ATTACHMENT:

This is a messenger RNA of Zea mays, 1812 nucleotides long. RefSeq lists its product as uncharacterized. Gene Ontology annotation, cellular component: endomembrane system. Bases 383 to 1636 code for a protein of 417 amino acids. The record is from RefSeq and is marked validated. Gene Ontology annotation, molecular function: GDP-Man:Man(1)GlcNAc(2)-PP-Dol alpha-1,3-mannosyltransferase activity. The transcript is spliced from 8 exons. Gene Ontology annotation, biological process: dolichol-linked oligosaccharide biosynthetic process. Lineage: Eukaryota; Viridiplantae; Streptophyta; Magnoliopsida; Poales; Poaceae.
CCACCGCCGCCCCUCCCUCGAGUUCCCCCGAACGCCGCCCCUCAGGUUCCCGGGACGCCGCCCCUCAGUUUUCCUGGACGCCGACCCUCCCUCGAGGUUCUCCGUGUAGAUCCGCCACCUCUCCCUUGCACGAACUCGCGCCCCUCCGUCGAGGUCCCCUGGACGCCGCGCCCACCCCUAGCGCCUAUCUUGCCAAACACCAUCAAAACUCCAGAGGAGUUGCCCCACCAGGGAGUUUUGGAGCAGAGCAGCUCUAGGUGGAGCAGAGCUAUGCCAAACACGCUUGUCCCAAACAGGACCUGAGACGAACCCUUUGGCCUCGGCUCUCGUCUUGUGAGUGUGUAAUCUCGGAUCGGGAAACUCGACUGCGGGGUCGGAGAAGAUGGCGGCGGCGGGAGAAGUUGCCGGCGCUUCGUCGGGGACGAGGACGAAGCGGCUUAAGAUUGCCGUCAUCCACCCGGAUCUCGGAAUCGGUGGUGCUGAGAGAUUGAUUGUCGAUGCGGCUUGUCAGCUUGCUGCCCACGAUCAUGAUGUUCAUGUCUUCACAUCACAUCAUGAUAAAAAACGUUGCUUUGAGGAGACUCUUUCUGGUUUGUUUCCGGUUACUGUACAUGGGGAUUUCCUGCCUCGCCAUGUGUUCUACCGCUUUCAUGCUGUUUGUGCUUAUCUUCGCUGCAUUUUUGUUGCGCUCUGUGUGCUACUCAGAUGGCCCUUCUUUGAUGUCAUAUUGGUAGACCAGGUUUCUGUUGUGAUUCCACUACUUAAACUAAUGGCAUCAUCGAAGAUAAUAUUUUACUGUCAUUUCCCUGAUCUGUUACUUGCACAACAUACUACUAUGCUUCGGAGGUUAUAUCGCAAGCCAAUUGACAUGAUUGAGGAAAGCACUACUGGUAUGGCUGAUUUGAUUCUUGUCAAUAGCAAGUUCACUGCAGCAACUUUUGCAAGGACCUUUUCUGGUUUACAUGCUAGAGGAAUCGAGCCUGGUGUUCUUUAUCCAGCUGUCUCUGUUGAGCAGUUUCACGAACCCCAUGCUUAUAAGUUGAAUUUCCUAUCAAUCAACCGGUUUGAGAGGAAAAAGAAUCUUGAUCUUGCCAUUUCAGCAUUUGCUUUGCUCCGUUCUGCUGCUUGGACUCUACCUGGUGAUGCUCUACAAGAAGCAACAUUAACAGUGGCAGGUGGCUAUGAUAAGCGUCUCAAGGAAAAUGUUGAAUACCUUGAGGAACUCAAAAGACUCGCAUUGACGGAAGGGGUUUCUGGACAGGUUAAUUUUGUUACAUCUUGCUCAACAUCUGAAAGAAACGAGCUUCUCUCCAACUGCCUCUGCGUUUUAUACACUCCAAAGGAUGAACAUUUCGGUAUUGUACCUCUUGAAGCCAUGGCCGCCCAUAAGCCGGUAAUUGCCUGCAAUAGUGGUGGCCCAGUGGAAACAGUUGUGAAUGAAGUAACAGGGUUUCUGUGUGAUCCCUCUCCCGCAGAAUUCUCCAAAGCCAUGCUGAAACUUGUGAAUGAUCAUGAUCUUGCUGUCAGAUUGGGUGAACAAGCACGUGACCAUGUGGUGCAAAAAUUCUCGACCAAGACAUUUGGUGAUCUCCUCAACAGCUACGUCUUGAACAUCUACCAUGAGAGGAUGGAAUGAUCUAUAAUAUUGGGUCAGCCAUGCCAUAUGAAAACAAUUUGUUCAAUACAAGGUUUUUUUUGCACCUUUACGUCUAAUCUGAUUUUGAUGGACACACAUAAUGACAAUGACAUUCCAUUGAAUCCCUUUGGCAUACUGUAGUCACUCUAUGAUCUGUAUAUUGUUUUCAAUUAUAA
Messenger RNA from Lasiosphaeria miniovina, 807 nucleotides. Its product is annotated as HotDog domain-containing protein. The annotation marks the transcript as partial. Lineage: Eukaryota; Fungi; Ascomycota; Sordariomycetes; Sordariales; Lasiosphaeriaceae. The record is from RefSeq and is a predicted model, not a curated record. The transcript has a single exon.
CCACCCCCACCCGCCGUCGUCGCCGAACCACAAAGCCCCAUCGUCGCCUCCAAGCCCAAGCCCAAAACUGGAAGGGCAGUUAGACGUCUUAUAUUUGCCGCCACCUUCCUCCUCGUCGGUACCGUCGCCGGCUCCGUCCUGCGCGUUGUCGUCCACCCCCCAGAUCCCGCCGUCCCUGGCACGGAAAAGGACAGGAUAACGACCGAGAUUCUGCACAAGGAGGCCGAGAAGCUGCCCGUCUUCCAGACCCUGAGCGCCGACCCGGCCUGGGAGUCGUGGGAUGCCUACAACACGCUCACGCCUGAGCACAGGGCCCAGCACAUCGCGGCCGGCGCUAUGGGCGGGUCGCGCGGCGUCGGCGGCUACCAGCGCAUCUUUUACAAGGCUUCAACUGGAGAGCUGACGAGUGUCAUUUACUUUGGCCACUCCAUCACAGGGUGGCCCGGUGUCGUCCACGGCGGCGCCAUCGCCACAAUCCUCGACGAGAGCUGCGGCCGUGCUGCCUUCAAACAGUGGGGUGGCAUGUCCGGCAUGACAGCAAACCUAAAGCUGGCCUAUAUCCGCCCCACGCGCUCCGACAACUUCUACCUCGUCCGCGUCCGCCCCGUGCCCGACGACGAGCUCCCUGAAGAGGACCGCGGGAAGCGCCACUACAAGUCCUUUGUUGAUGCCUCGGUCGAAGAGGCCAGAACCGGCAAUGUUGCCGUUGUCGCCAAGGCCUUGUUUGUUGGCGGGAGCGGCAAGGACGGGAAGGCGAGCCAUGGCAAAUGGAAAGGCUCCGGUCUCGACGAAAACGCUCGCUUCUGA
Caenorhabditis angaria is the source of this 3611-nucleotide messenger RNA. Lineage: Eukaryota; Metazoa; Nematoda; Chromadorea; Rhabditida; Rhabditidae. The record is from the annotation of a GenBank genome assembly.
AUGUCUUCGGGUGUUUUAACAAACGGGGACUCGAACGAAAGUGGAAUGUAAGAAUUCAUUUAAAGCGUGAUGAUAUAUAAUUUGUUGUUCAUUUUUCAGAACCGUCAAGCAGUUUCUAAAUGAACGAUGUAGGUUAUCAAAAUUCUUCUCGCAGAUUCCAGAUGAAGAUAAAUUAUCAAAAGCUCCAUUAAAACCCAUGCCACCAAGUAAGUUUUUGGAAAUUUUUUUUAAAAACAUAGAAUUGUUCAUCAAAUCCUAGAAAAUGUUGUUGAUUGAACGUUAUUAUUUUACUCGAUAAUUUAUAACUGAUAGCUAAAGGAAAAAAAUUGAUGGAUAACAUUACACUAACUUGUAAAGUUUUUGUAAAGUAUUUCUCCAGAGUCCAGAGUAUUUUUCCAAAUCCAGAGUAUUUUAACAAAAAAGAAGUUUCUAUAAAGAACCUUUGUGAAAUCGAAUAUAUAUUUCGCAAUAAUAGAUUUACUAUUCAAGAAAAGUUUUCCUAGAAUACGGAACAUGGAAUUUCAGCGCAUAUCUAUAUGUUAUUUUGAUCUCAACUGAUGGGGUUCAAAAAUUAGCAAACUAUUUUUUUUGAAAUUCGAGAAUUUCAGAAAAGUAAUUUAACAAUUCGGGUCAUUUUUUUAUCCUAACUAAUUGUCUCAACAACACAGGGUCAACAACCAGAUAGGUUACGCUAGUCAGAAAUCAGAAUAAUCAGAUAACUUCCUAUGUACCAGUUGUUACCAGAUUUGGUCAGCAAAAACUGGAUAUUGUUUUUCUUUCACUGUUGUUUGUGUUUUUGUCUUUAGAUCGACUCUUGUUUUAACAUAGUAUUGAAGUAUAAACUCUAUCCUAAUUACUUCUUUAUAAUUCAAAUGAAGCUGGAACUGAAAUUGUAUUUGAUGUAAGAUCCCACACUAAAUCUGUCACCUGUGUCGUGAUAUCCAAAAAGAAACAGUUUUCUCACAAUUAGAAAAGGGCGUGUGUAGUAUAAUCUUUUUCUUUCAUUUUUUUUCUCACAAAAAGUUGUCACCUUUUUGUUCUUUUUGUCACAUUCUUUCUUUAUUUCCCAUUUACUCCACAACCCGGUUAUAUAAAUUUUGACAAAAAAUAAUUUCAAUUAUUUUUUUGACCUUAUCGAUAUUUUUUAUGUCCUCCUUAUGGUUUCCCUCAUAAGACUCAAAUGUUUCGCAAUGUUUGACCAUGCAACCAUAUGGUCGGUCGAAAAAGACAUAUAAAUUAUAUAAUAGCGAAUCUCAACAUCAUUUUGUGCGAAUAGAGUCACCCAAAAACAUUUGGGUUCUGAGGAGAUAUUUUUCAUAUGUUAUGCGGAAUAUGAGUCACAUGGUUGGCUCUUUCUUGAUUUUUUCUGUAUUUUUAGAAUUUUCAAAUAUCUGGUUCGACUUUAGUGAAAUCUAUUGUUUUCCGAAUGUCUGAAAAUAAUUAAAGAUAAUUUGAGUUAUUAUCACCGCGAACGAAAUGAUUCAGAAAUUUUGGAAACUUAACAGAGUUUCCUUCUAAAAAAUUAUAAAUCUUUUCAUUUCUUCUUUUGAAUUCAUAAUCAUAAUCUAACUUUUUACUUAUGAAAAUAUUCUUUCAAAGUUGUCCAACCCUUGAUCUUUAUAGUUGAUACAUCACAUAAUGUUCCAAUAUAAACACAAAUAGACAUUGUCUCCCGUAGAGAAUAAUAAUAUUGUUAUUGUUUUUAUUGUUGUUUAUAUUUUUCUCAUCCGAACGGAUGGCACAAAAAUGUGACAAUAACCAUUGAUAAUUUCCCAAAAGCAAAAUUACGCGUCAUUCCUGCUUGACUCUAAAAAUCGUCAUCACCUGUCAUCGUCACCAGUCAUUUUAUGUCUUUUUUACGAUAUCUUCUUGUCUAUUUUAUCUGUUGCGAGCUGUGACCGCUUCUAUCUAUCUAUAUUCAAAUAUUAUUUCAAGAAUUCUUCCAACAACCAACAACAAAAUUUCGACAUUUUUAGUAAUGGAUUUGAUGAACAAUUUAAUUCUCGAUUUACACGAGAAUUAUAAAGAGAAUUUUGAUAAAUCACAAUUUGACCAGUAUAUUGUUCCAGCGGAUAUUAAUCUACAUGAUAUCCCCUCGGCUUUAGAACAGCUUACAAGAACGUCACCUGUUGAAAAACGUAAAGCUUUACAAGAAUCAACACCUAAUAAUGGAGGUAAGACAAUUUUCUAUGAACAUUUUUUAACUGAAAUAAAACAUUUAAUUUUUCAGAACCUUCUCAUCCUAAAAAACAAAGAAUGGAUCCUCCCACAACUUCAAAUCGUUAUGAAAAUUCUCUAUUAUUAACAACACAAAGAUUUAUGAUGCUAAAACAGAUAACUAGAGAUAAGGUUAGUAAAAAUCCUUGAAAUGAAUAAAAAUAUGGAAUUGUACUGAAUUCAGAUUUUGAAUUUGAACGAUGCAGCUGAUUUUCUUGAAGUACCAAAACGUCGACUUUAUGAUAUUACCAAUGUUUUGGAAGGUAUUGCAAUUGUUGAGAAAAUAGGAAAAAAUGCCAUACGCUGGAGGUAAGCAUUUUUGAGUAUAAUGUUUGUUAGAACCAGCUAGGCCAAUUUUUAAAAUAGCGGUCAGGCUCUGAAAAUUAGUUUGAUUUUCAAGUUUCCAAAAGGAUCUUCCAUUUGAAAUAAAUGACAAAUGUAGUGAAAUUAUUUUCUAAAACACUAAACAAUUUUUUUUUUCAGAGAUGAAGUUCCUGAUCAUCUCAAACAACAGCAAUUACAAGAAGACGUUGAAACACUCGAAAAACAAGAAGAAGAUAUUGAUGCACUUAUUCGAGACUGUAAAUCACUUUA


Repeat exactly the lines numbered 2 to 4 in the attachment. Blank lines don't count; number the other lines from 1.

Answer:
CCACCGCCGCCCCUCCCUCGAGUUCCCCCGAACGCCGCCCCUCAGGUUCCCGGGACGCCGCCCCUCAGUUUUCCUGGACGCCGACCCUCCCUCGAGGUUCUCCGUGUAGAUCCGCCACCUCUCCCUUGCACGAACUCGCGCCCCUCCGUCGAGGUCCCCUGGACGCCGCGCCCACCCCUAGCGCCUAUCUUGCCAAACACCAUCAAAACUCCAGAGGAGUUGCCCCACCAGGGAGUUUUGGAGCAGAGCAGCUCUAGGUGGAGCAGAGCUAUGCCAAACACGCUUGUCCCAAACAGGACCUGAGACGAACCCUUUGGCCUCGGCUCUCGUCUUGUGAGUGUGUAAUCUCGGAUCGGGAAACUCGACUGCGGGGUCGGAGAAGAUGGCGGCGGCGGGAGAAGUUGCCGGCGCUUCGUCGGGGACGAGGACGAAGCGGCUUAAGAUUGCCGUCAUCCACCCGGAUCUCGGAAUCGGUGGUGCUGAGAGAUUGAUUGUCGAUGCGGCUUGUCAGCUUGCUGCCCACGAUCAUGAUGUUCAUGUCUUCACAUCACAUCAUGAUAAAAAACGUUGCUUUGAGGAGACUCUUUCUGGUUUGUUUCCGGUUACUGUACAUGGGGAUUUCCUGCCUCGCCAUGUGUUCUACCGCUUUCAUGCUGUUUGUGCUUAUCUUCGCUGCAUUUUUGUUGCGCUCUGUGUGCUACUCAGAUGGCCCUUCUUUGAUGUCAUAUUGGUAGACCAGGUUUCUGUUGUGAUUCCACUACUUAAACUAAUGGCAUCAUCGAAGAUAAUAUUUUACUGUCAUUUCCCUGAUCUGUUACUUGCACAACAUACUACUAUGCUUCGGAGGUUAUAUCGCAAGCCAAUUGACAUGAUUGAGGAAAGCACUACUGGUAUGGCUGAUUUGAUUCUUGUCAAUAGCAAGUUCACUGCAGCAACUUUUGCAAGGACCUUUUCUGGUUUACAUGCUAGAGGAAUCGAGCCUGGUGUUCUUUAUCCAGCUGUCUCUGUUGAGCAGUUUCACGAACCCCAUGCUUAUAAGUUGAAUUUCCUAUCAAUCAACCGGUUUGAGAGGAAAAAGAAUCUUGAUCUUGCCAUUUCAGCAUUUGCUUUGCUCCGUUCUGCUGCUUGGACUCUACCUGGUGAUGCUCUACAAGAAGCAACAUUAACAGUGGCAGGUGGCUAUGAUAAGCGUCUCAAGGAAAAUGUUGAAUACCUUGAGGAACUCAAAAGACUCGCAUUGACGGAAGGGGUUUCUGGACAGGUUAAUUUUGUUACAUCUUGCUCAACAUCUGAAAGAAACGAGCUUCUCUCCAACUGCCUCUGCGUUUUAUACACUCCAAAGGAUGAACAUUUCGGUAUUGUACCUCUUGAAGCCAUGGCCGCCCAUAAGCCGGUAAUUGCCUGCAAUAGUGGUGGCCCAGUGGAAACAGUUGUGAAUGAAGUAACAGGGUUUCUGUGUGAUCCCUCUCCCGCAGAAUUCUCCAAAGCCAUGCUGAAACUUGUGAAUGAUCAUGAUCUUGCUGUCAGAUUGGGUGAACAAGCACGUGACCAUGUGGUGCAAAAAUUCUCGACCAAGACAUUUGGUGAUCUCCUCAACAGCUACGUCUUGAACAUCUACCAUGAGAGGAUGGAAUGAUCUAUAAUAUUGGGUCAGCCAUGCCAUAUGAAAACAAUUUGUUCAAUACAAGGUUUUUUUUGCACCUUUACGUCUAAUCUGAUUUUGAUGGACACACAUAAUGACAAUGACAUUCCAUUGAAUCCCUUUGGCAUACUGUAGUCACUCUAUGAUCUGUAUAUUGUUUUCAAUUAUAA
Messenger RNA from Lasiosphaeria miniovina, 807 nucleotides. Its product is annotated as HotDog domain-containing protein. The annotation marks the transcript as partial. Lineage: Eukaryota; Fungi; Ascomycota; Sordariomycetes; Sordariales; Lasiosphaeriaceae. The record is from RefSeq and is a predicted model, not a curated record. The transcript has a single exon.
CCACCCCCACCCGCCGUCGUCGCCGAACCACAAAGCCCCAUCGUCGCCUCCAAGCCCAAGCCCAAAACUGGAAGGGCAGUUAGACGUCUUAUAUUUGCCGCCACCUUCCUCCUCGUCGGUACCGUCGCCGGCUCCGUCCUGCGCGUUGUCGUCCACCCCCCAGAUCCCGCCGUCCCUGGCACGGAAAAGGACAGGAUAACGACCGAGAUUCUGCACAAGGAGGCCGAGAAGCUGCCCGUCUUCCAGACCCUGAGCGCCGACCCGGCCUGGGAGUCGUGGGAUGCCUACAACACGCUCACGCCUGAGCACAGGGCCCAGCACAUCGCGGCCGGCGCUAUGGGCGGGUCGCGCGGCGUCGGCGGCUACCAGCGCAUCUUUUACAAGGCUUCAACUGGAGAGCUGACGAGUGUCAUUUACUUUGGCCACUCCAUCACAGGGUGGCCCGGUGUCGUCCACGGCGGCGCCAUCGCCACAAUCCUCGACGAGAGCUGCGGCCGUGCUGCCUUCAAACAGUGGGGUGGCAUGUCCGGCAUGACAGCAAACCUAAAGCUGGCCUAUAUCCGCCCCACGCGCUCCGACAACUUCUACCUCGUCCGCGUCCGCCCCGUGCCCGACGACGAGCUCCCUGAAGAGGACCGCGGGAAGCGCCACUACAAGUCCUUUGUUGAUGCCUCGGUCGAAGAGGCCAGAACCGGCAAUGUUGCCGUUGUCGCCAAGGCCUUGUUUGUUGGCGGGAGCGGCAAGGACGGGAAGGCGAGCCAUGGCAAAUGGAAAGGCUCCGGUCUCGACGAAAACGCUCGCUUCUGA